However, to guard against too dramatic a cleavage between Pitcairn descendants and others, it is felt that emphasis should be placed on length of residence and acceptance of the Pitcairn life style as the basis of political power in the Island rather than on Pitcairn descent. The fundamental schisms in the present society are clearly between some of the short—term and some of the long—term residents and their respective approaches to life. An almost anthropological zenophobia can be detected in this. It lessens as the ‘foreigners’ stay increases. Adaptation on both sides occurs, greater understandings develop, and a mellowness softens attitudes towards once stark differences. Hence, time should be invoked as an ally in devising any new form of local government, with power being given not to Pitcairn descendants as such but to Norfolk Islanders as such; and Norfolk Islanders proven by such factors as a genuine appreciation of the Island’s natural attractions and a bona fide wish to perpetuate a way of life that has so much to commend it and not merely by the accident of birth or marriage into a Pitcairn family, nor by a predominant desire to take advantage of the peculiar tax status of the Island or the business opportunities it affords or both.
While the Pitcairn heritage should remain a clear feature of Norfolk’s history and way of life, the Island should consciously strive towards a Norfolk Island identity and image in the future. It should place the Pitcairn component in a secure, but nonetheless non-dominant, niche in that future. The Pitcairn heritage is, After all, now the proud possession of under one-half of the adult community and its value may lessen over time as Pitcairn descendants continue to marry outsiders. It seems wise, too, that newcomers to the Island be made to realise that it is a community in which they should serve, as it were, a probationary period before becoming entitled to a voice in the Island’s destiny. Persons knowing this, and not caring for it, may, of course, not bother to enter the community and become a potential disruptive force.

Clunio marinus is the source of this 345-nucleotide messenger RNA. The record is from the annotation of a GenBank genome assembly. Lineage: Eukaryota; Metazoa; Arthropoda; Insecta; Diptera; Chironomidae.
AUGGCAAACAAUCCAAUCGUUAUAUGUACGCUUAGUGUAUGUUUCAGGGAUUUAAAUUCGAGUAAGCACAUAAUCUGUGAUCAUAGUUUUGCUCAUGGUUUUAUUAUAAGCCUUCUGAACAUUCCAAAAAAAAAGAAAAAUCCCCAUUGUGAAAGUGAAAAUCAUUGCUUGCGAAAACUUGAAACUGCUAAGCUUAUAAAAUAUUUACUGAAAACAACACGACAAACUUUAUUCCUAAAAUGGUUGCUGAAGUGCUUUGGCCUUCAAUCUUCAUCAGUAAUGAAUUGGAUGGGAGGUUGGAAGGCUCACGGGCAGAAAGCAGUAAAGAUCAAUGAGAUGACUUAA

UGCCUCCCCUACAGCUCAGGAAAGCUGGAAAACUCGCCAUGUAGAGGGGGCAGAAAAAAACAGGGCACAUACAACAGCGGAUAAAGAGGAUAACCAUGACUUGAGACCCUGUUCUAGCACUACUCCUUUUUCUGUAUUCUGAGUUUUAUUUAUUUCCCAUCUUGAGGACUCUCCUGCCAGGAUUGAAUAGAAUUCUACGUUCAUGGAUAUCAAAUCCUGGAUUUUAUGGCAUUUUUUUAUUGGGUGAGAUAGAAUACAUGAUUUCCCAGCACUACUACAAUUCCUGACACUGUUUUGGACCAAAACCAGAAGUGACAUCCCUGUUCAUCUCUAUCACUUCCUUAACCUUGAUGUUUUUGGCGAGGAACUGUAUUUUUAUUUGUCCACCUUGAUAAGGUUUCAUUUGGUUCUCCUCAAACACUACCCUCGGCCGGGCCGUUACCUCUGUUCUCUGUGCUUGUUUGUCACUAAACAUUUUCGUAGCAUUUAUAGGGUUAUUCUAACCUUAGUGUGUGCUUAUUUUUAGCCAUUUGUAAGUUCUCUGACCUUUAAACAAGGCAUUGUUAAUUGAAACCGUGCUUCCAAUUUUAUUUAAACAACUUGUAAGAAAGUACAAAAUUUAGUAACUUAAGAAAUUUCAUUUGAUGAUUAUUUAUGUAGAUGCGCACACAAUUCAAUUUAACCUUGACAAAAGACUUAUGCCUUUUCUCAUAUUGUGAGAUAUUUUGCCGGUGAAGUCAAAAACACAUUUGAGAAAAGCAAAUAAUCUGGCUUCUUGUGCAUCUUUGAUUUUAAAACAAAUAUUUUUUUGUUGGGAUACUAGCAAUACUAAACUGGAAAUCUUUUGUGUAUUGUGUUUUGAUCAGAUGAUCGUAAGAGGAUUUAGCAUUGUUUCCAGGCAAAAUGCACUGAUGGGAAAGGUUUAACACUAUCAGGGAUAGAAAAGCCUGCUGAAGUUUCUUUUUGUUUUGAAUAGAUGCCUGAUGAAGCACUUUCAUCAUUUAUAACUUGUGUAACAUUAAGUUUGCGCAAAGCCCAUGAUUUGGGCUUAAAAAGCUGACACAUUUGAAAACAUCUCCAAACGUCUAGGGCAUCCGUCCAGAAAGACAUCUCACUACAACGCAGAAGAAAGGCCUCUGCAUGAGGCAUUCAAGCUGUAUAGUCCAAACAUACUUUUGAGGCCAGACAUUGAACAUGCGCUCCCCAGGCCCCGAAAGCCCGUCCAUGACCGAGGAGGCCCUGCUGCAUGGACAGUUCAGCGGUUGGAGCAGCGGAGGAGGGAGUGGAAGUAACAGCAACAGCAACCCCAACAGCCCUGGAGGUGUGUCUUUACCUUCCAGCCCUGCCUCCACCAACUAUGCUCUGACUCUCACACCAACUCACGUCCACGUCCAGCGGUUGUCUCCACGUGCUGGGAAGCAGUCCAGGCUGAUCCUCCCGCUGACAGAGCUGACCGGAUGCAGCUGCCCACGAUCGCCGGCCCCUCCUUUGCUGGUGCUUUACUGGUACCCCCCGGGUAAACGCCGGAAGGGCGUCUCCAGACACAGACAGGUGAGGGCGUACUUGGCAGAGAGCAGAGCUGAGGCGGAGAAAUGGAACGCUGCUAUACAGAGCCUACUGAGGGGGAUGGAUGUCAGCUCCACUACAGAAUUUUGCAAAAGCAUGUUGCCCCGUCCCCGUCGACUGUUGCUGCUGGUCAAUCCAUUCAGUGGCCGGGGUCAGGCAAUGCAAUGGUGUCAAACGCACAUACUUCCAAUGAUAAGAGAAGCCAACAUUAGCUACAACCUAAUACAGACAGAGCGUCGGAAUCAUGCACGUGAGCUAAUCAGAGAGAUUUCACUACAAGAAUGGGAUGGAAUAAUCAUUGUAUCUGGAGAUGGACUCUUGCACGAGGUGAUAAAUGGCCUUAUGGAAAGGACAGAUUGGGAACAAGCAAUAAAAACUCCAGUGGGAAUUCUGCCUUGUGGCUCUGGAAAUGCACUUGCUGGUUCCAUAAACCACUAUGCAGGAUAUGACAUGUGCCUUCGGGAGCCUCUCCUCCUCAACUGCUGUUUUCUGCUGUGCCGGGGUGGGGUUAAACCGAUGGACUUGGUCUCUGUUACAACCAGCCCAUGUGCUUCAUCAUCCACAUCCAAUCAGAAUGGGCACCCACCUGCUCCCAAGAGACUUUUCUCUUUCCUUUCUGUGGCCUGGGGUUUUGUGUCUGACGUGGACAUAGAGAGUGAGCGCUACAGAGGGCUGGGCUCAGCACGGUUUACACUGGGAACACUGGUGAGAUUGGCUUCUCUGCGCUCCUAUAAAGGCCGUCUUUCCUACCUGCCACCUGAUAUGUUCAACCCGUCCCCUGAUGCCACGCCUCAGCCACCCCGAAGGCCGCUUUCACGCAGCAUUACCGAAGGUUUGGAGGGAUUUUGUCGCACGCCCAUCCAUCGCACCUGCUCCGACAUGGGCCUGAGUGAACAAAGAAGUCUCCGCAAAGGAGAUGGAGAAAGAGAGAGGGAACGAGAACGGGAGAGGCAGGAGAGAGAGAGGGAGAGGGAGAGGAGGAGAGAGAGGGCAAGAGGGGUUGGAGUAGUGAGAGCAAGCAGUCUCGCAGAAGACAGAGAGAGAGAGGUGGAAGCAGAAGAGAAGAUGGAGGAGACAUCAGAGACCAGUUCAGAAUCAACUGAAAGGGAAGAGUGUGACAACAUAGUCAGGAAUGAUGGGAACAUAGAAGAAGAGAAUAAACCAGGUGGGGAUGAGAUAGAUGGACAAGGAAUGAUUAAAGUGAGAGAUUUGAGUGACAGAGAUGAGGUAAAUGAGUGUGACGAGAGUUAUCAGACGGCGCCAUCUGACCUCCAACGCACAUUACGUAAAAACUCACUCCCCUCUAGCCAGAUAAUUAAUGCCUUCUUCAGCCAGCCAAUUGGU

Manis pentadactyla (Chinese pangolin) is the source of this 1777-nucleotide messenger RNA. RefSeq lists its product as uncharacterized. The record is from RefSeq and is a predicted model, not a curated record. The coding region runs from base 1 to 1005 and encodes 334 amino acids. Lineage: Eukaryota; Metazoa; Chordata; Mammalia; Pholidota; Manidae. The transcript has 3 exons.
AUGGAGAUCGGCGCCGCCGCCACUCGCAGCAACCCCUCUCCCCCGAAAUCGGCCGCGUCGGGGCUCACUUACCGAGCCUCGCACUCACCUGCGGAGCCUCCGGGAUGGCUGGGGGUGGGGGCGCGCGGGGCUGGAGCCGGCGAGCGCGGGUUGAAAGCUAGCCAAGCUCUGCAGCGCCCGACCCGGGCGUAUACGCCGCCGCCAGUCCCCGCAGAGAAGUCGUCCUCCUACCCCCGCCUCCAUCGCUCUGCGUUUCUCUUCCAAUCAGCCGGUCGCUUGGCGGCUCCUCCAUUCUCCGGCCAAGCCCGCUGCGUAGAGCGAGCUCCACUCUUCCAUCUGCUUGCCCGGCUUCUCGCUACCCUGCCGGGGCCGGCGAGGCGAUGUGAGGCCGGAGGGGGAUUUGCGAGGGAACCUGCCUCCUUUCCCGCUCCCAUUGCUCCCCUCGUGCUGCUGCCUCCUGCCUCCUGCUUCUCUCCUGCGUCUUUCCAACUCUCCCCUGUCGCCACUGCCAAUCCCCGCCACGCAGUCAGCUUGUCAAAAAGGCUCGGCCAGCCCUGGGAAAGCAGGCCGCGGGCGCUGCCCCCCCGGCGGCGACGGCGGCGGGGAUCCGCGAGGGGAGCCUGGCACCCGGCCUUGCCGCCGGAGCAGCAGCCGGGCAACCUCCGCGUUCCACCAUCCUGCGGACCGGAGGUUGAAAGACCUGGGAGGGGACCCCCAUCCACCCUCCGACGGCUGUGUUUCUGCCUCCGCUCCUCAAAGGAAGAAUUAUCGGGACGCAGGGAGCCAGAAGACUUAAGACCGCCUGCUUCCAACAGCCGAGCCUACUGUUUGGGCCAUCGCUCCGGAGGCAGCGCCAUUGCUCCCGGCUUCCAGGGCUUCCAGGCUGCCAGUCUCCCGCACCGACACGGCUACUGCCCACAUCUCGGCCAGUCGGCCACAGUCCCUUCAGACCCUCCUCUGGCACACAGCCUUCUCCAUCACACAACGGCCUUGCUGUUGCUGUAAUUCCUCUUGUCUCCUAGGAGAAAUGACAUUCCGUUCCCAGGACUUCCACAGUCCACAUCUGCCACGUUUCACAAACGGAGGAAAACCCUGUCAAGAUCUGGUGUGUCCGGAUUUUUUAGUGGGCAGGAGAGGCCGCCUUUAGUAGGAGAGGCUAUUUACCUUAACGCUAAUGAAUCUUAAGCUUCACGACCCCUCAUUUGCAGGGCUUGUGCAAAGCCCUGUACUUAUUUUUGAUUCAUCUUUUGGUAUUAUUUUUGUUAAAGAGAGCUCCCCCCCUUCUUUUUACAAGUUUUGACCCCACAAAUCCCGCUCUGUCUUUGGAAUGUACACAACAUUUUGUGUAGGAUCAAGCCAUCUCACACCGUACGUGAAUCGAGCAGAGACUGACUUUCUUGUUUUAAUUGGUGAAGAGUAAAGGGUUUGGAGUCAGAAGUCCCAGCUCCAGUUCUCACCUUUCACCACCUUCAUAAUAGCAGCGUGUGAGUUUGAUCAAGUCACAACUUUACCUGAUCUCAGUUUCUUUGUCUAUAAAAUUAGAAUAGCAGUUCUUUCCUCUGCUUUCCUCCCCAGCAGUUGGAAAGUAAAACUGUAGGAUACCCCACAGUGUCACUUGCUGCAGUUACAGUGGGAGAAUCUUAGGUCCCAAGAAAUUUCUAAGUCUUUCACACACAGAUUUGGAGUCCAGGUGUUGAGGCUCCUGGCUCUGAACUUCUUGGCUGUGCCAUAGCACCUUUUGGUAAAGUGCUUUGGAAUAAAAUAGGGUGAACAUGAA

Of influence also in arriving at a sensible approach to this question of local government and the role to be played in it by different sections of the Island community is the need to ensure that new blood and new abilities are given a chance to contribute to the Island’s advancement. Seldom does one sector in any society possess all the talents and to allow, for instance, the Pitcairn descendants to dominate for the foreseeable future to the exclusion of the skills of others who may move in good faith to the Island would be to hinder its progress. Such new blood should have its opportunity to play a role in government and it will be to the community’s advantage for this to be encouraged.
While recognising, therefore, the importance of the Pitcairn descendants in the community, it is felt that the basic requirement in both entitlement to a vote and to eligibility to stand as a candidate for local government should be a certain minimum length of stay in the Island rather than a particular ancestry. Such a criterion and assimilation to the Island’s life style will be much less divisive to the community and much more conducive to the development of a pure ‘Norfolk Islander’ outlook on community affairs.
The above views are fortified by the Racial Discrimination Act 1975 which is expressed to extend to Norfolk Island. Among Other things it forbids discrimination on the basis of descent.